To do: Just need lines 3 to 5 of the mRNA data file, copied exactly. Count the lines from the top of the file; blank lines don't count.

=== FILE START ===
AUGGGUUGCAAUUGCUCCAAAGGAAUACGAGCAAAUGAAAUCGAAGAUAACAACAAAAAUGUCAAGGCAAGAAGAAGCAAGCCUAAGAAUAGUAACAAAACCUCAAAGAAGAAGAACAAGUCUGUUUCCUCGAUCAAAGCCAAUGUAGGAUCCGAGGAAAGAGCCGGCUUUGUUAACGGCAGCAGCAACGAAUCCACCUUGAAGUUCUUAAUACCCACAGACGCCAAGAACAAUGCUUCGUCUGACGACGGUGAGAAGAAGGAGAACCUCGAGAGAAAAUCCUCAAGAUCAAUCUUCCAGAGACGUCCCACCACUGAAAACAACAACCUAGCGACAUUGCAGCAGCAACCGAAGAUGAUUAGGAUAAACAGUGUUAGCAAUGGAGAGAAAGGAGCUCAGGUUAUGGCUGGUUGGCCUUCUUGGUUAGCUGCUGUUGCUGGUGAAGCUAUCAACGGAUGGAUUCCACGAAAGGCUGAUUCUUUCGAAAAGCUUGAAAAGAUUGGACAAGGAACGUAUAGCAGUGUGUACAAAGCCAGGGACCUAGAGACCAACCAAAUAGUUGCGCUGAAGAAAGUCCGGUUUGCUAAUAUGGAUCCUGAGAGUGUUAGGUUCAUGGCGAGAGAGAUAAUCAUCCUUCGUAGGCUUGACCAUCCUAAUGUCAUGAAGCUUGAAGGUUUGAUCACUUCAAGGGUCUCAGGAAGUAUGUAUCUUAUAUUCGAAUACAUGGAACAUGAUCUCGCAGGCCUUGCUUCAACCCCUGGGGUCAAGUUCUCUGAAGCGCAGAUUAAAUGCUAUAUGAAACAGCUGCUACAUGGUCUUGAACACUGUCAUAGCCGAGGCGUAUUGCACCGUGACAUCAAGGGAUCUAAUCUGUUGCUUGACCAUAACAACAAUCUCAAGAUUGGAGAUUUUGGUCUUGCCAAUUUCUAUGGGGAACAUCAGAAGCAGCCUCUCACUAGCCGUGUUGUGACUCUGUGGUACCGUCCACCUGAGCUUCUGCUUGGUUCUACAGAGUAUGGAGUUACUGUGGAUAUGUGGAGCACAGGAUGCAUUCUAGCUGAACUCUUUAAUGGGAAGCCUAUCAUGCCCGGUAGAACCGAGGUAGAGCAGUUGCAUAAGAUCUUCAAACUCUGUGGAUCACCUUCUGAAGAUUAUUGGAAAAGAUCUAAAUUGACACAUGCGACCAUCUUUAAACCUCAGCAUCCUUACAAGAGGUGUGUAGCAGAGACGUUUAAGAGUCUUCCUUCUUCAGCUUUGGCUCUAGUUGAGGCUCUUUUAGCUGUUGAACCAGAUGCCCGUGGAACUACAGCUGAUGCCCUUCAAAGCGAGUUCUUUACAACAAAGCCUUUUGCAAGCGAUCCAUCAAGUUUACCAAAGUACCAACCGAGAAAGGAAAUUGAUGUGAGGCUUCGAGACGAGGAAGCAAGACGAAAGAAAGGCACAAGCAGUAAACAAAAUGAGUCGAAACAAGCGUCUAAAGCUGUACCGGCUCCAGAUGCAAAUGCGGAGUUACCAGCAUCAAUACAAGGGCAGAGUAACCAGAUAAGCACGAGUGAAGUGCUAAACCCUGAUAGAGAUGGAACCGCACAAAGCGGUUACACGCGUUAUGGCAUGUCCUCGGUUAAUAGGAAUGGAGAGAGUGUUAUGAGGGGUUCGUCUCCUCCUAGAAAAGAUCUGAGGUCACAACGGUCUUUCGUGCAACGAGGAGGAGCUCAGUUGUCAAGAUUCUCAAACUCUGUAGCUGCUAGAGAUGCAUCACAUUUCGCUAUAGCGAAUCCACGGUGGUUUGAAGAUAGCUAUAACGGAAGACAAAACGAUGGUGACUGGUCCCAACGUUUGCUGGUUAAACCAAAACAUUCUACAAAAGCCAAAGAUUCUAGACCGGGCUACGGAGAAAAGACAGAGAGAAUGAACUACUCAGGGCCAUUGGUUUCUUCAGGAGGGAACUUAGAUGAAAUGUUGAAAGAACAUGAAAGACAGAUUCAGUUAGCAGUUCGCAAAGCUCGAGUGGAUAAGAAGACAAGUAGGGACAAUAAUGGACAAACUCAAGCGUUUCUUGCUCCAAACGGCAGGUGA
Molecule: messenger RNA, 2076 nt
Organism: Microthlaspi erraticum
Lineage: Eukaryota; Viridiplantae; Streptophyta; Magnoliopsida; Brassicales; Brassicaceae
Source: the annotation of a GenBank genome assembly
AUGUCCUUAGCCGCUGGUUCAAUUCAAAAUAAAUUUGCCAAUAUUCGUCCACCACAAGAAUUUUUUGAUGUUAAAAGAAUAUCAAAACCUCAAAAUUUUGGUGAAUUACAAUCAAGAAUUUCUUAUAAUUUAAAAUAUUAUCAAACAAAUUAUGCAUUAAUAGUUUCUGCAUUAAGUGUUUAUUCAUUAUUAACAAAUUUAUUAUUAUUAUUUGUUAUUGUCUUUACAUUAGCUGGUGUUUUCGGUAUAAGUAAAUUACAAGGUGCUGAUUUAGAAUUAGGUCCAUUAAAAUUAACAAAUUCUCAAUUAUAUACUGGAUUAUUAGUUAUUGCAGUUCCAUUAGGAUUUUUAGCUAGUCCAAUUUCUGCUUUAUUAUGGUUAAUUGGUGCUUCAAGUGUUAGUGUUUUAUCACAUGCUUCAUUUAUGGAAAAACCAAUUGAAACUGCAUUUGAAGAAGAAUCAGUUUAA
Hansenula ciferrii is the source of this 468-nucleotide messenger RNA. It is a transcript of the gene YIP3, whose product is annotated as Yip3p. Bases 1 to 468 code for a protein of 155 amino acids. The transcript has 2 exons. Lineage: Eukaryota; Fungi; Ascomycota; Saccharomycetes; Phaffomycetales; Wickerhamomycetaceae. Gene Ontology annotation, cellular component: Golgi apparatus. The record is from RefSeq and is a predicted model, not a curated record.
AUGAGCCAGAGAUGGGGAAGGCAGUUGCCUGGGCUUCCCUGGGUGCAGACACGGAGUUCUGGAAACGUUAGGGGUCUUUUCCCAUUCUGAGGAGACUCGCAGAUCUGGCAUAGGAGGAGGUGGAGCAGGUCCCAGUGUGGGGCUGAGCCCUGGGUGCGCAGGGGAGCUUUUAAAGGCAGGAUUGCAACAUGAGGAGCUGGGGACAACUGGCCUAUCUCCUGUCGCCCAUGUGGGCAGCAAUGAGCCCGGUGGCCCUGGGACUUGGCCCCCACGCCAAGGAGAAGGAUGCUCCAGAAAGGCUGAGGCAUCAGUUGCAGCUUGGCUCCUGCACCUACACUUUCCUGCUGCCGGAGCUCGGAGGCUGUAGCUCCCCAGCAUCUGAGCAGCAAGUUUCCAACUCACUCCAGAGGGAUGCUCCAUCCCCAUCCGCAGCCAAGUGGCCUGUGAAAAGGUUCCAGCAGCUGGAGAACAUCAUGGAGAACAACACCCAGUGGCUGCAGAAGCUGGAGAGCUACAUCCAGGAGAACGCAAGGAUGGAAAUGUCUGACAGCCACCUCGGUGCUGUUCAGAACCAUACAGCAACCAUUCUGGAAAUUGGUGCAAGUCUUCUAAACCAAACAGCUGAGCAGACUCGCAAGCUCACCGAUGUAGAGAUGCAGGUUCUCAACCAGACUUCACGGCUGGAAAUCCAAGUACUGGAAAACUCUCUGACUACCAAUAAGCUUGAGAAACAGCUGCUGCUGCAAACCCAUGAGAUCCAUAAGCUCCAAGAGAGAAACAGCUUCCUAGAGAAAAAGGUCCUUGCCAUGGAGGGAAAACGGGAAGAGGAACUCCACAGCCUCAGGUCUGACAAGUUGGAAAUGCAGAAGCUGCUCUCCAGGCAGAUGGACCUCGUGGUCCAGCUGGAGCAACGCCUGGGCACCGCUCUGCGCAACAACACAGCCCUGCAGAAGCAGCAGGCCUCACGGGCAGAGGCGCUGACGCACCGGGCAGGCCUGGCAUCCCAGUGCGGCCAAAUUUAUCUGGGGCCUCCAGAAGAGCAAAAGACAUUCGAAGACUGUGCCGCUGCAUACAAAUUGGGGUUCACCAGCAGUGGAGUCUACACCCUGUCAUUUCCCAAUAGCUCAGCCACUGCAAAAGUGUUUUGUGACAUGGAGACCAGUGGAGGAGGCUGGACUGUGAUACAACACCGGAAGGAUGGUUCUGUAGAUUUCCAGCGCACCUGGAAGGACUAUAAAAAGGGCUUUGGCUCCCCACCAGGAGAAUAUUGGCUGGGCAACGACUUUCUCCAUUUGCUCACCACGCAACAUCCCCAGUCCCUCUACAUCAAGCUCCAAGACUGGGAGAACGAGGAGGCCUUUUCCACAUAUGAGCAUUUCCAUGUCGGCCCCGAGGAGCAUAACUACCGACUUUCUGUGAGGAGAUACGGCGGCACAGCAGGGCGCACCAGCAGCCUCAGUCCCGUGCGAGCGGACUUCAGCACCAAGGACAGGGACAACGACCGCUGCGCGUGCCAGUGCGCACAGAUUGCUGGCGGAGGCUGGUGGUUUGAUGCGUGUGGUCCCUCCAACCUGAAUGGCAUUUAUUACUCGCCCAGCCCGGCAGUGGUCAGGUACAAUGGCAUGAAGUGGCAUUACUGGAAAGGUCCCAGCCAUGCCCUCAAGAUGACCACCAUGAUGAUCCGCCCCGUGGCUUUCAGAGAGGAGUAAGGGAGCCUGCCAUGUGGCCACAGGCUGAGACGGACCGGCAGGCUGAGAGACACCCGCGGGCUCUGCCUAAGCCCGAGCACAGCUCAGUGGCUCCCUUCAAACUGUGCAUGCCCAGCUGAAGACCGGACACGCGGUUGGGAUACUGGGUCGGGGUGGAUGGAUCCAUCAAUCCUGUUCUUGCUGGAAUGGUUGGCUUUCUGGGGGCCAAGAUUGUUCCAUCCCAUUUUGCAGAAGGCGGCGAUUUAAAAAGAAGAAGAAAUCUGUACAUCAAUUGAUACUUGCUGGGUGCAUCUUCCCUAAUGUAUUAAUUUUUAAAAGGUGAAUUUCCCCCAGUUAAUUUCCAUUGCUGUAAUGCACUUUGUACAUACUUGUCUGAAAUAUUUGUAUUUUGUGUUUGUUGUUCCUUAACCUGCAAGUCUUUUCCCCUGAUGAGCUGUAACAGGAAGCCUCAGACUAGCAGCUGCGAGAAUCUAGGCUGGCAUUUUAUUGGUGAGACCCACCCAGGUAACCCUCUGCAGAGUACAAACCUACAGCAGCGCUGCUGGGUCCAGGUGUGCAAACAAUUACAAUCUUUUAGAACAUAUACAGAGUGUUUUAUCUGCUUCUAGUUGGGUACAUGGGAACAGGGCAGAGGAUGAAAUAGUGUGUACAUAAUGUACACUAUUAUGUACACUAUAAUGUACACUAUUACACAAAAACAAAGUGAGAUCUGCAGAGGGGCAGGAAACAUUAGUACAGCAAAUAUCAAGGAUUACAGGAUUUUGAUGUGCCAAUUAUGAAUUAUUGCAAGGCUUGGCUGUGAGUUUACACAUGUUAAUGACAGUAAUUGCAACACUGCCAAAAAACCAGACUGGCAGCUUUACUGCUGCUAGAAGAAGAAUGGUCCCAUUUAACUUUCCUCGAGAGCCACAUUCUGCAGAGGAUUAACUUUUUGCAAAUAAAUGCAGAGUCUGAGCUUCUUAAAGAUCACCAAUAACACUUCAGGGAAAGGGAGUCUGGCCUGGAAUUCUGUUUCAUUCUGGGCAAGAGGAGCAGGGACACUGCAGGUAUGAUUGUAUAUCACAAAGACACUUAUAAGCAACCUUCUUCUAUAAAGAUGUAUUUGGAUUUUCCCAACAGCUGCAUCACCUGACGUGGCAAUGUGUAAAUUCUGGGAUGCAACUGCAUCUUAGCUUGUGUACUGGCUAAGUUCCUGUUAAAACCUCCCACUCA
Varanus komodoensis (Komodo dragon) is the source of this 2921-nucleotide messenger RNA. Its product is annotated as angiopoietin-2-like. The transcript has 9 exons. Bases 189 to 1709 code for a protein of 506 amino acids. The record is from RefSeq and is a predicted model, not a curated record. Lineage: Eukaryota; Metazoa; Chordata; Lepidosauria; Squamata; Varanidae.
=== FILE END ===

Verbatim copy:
Organism: Microthlaspi erraticum
Lineage: Eukaryota; Viridiplantae; Streptophyta; Magnoliopsida; Brassicales; Brassicaceae
Source: the annotation of a GenBank genome assembly